Glycerol cryostocks (for preparation see Brugiroux et al., 2016) of individual OMM12 strains (Table 2) were thawed in a 1% Virkon S (V.P. Products) solution (37°C) and the entire content of the vial was transferred into 100 ml Wheaton glass serum bottles (Sigma) sealed with a butyl rubber stoppers (Geo-Microbial Technologies) containing 10 ml of Anaerobic Akkermansia Medium (AAM; 18.5 g l–1 brain heart infusion (BHI), 5 g l–1 yeast extract, 15 g l–1 trypticase soy broth, 2.5 g l–1 K2HPO4, 1 mg l–1 haemin, 0.5 g l–1 glucose, 0.4 g l–1 Na2CO3, 0.5 g l–1 cysteine hydrochloride, 5 mg l–1 menadione, 3% complement-inactivated fetal calf serum). These subcultures were gassed (7% H2, 10% CO2, 83% N2) and incubated at 37°C for 24 h.
Subsequently, 100 μl of each subculture was transferred into a 100 ml Wheaton glass serum bottle containing 10 ml of AAM. These cultures were gassed (7% H2, 10% CO2, 83% N2) and incubated at 37°C for 1 or 2 days depending on the growth rate (Table 2). Afterward, culture purity of each strain was confirmed by Gram staining and 16S rRNA gene sequencing. The OD600 of individual cultures was determined and all cultures were adjusted to the lowest OD600 value by dilution. The respective culture volumes of all strains were transferred into a 50 ml Falcon tube under anoxic conditions. For cryopreservation, glycerol supplemented with palladium black crystals (Sigma-Aldrich) was added to these bacterial mixtures [final concentration of 10% (v/v)]. 1 ml aliquots were prepared in 1.5 ml glass vials (Sigma-Aldrich), sealed with butyl-rubber stoppers (Wheaton) and aluminum crimp seals (Sigma-Aldrich). Mixtures were frozen at −80°C within 1 h of preparation. Frozen aliquots were shipped to the different facilities on dry ice and stored at −80°C.
Inoculation of Mice and Fecal Sampling
The frozen OMM12 mixtures were thawn in a 1% Virkon S (V.P. Produkte) disinfectant solution (37°C) and used for inoculation of germ-free mice in gnotocages or germ-free isolators. In any case, the mixture was used within 30 min after thawing. Mice were inoculated by gavage (50 μl orally, 100 μl rectally). Exposure of the mixture to oxygen was restricted to a short time (up to 5 min). For the double inoculation protocol, inoculation was repeated 72 h after the initial inoculation using the same protocol. To confirm the colonization of the 12 strains, fresh fecal pellets were obtained and frozen at −80°C within 30 min.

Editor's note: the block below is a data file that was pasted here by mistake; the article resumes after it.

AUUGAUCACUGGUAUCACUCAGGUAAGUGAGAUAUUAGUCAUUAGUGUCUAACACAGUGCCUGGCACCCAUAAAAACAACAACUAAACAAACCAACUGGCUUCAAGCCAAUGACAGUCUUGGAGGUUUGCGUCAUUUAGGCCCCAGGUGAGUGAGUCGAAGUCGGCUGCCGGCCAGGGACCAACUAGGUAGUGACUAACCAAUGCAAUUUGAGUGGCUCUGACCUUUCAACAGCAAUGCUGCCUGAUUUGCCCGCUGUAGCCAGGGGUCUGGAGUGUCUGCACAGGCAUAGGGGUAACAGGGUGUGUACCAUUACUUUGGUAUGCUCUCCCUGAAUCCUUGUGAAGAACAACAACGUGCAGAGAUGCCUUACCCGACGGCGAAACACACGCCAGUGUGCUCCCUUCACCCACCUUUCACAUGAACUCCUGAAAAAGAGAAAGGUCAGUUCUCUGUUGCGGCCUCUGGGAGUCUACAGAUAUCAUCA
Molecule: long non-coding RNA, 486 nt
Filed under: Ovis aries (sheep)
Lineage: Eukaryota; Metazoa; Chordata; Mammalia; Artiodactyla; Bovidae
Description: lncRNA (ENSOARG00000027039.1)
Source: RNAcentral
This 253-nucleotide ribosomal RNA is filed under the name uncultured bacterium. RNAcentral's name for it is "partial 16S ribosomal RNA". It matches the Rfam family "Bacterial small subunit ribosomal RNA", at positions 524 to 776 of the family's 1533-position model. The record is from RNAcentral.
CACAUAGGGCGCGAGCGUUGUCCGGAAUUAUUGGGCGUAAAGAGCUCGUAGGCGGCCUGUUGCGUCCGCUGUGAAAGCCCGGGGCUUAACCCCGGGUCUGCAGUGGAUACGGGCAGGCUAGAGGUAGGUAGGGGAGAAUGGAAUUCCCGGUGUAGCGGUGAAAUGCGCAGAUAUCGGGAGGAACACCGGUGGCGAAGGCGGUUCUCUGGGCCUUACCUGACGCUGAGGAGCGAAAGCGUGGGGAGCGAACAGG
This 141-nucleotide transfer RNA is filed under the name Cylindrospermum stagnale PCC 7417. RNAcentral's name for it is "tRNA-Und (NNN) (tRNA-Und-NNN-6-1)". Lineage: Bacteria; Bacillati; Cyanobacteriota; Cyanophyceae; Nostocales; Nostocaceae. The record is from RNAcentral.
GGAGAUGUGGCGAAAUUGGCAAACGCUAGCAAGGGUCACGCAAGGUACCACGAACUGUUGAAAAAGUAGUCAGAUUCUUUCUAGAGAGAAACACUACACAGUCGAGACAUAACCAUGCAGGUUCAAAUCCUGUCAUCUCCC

gDNA Extraction From Fecal Samples
Fecal samples were shipped on dry ice. DNA extraction and qPCR were performed centralized at the same laboratory to minimize experimental bias, which is known to be introduced by laboratory-specific experimental procedures. Fecal gDNA was either extracted using the QIAamp DNA Stool Mini Kit (Qiagen; time course shown in Figure 1) or a phenol-chloroform based protocol (all other experiments). The QIAamp DNA Stool Mini Kit protocol was performed following the manufacturer’s instructions with the following modifications. An initial bead-beating step using differentially sized beads [Zirkonia beads: 0.5–0.75 mm (BioSpec products) and acid-washed glass beads: <100 μm (Sigma-Aldrich)] was included and 20 mg/ml lysozyme was added to the lysis buffer. gDNA extraction using the phenol-chloroform based protocol was performed as described previously (Herp et al., 2019). The resulting gDNA was purified using the NucleoSpin gDNA clean-up kit (Macherey-Nagel).
Quantitative PCR of Bacterial 16S rRNA Genes
Quantitative PCR (qPCR) was performed as described previously (Brugiroux et al., 2016). All samples were analyzed by the same person in a centralized way. Briefly, OMM strain-specific 16S rRNA primers and hydrolysis probes were used for amplification. Standard curves using linearized plasmids containing the 16S rRNA gene sequence of the individual OMM12 strains were used for absolute quantification of 16S rRNA gene copy numbers of individual strains. Since the fecal weight was not always available, 16S rRNA gene copy numbers were normalized to equal volumes of extracted DNA, assuming that DNA extraction is equally efficient between different samples. We confirmed that there is a linear relationship between stool weight and extracted DNA concentration (Supplementary Figure S1).
For comparison of absolute abundance levels of OMM12 strains between experiments, Kruskal–Wallis test with Dunn’s multiple comparison test was performed using GraphPad Prism version 5.01 for Windows (GraphPad Software). p-values below 0.05 were considered as statistically significant (∗p < 0.05, ∗∗p < 0.01, ∗∗∗p < 0.001).
The vegist function of the R library vegan version 2.5–4 was employed to obtain Bray–Curtis (BC) dissimilarities between the samples based on relative abundance estimates. Principal coordinate analysis was performed in R using ade4 package and figures were generated using the ggplot2 library. Permutational multivariate analyses of variance (PERMANOVA) were performed in R using the function adonis. We used the function capscale with the variable “facility” as constraint to estimate the effect of the facility on the overall BC variance. Statistical significance of the ordinations as well as confidence intervals for the variance were determined by an ANOVA-like permutation test (functions permutest and anova.cca) with 5,000 permutations. The heatmap (Supplementary Figure S1) was generated using the ComplexHeatmap library on the BC values.